Librarians, Let Go of Emails: 3 Steps to Empty Your Inbox and Do Work that Matters

Samantha Minnis —  February 18, 2016 — 3 Comments

photo of laptop and vase of tulips with text "3 steps to empty your inbox & do work that matters"Decluttering is a popular topic. I’ll be honest: I love it when I do it, but it is not my natural setting. My natural setting is collecting. However, there is one area in my life where I have the cold, dispassionate, ruthless decluttering approach of any home organization maven: emails.

I have hesitated to write this post in case I curse myself, but I bragged to a few friends about my email prowess and so far my email related hubris hasn’t caught up with me, so I’m ready to shout it from the mountain tops: there are only ever about 10 emails in my inbox. At a maximum.

As library professionals we get a lot of emails. As leaders we need to be able to see what’s new information when it’s new and get to old information quickly when we need it. How do you do that when your email inbox is at 100 emails, 200 emails, dare I say, 300 emails?

Sure, new emails rise to the top and sure, you can search, and sure, you can flag things. But all of that is so much easier when there are about ten emails in your inbox. It saves you time and it sets you up nicely for when you are going to be out of the office for an extended period of time.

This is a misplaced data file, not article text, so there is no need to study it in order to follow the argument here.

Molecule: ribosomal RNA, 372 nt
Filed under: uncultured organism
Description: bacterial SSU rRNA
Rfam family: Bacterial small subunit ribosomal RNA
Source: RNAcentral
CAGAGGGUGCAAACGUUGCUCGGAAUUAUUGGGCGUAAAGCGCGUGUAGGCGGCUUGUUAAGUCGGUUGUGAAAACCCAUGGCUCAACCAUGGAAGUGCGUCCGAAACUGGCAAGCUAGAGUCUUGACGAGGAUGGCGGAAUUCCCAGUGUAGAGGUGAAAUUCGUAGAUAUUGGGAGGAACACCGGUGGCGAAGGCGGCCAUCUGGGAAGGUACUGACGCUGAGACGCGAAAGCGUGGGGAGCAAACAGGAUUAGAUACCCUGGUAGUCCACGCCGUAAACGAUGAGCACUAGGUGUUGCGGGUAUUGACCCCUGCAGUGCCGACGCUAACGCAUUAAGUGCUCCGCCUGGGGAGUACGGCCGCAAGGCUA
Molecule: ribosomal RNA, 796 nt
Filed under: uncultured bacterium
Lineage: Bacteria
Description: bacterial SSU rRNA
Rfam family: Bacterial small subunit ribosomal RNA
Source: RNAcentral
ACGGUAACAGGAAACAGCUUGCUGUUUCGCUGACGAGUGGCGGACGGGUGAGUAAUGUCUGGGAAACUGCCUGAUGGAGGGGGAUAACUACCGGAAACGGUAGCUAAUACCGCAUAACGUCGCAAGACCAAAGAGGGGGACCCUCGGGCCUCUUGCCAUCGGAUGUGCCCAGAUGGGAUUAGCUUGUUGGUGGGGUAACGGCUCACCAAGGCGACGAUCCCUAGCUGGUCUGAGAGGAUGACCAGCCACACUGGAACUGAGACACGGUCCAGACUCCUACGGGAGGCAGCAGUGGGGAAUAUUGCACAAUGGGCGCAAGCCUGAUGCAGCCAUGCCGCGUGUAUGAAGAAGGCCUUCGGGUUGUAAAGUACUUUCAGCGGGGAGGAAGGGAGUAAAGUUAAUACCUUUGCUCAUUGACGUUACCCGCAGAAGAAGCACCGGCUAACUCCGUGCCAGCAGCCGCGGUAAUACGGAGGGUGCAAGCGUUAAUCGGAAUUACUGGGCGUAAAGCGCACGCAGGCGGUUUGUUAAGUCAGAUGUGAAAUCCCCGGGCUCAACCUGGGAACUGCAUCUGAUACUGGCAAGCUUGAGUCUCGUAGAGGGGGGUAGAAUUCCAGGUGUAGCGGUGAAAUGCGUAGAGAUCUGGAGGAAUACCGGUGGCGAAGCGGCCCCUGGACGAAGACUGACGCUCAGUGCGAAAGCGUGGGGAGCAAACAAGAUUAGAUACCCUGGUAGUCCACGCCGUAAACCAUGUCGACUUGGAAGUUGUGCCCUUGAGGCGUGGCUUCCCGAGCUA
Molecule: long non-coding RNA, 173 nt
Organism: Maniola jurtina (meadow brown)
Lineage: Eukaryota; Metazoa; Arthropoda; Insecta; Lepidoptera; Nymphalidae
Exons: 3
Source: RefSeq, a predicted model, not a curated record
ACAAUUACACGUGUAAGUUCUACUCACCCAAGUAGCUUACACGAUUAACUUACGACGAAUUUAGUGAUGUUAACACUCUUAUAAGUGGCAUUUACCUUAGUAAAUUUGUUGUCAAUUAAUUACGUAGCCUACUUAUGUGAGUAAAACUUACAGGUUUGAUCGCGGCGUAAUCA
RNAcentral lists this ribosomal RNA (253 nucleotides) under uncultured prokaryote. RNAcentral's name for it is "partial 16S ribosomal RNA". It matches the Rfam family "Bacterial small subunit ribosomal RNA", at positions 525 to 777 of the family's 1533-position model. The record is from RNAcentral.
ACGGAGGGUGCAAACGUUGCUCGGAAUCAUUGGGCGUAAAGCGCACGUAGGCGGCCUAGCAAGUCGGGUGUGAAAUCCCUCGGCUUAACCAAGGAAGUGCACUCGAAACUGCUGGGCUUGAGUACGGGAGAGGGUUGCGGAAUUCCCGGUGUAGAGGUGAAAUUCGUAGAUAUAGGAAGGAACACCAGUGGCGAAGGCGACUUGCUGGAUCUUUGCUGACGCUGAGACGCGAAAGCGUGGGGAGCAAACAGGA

Here is how I do it:

When I get to work, I do a quick run through of my emails. I go through everything in the inbox and do one of three things:

1) Deal with it right now

If it will take me five minutes or less (a quick “Ok, thanks!” to let someone know I’ve received the email, for example) or if I’m just going to delete it, I do it right now.

2) File it in a folder

I have a few folders for ongoing projects or email I’m going to need to reference sometime in the future. In addition to folders pertaining to certain projects, I have one folder for general future reference, as well as a folder for time off requests, and a folder for job feedback. I try not to keep too many emails, even in these other folders. Really test yourself: can you come up with three examples of times you will really need this information? Is this information stored anywhere else?

3) Flag it

These are the very rare items that stay in my inbox. These are actionable items or information I will need for a specific date in the near future. If I get a confirmation email for a professional development event in two weeks, I flag that email so I have the information at the ready. The flag helps me remember to delete it when the event is over. Or, if I received a message about a sink that needs to be fixed in the building, I’ll flag the email until I have time to put in a work order. Once I’ve dealt with the task (put in the work order), I delete the email.

For the rest of the day, I just deal with new emails in one of those three ways. The flagged emails get incorporated in my byzantine to-do list system (which is very good, but a post for another day. It involves Outlook, sticky notes, dry erase markers, and dance breaks).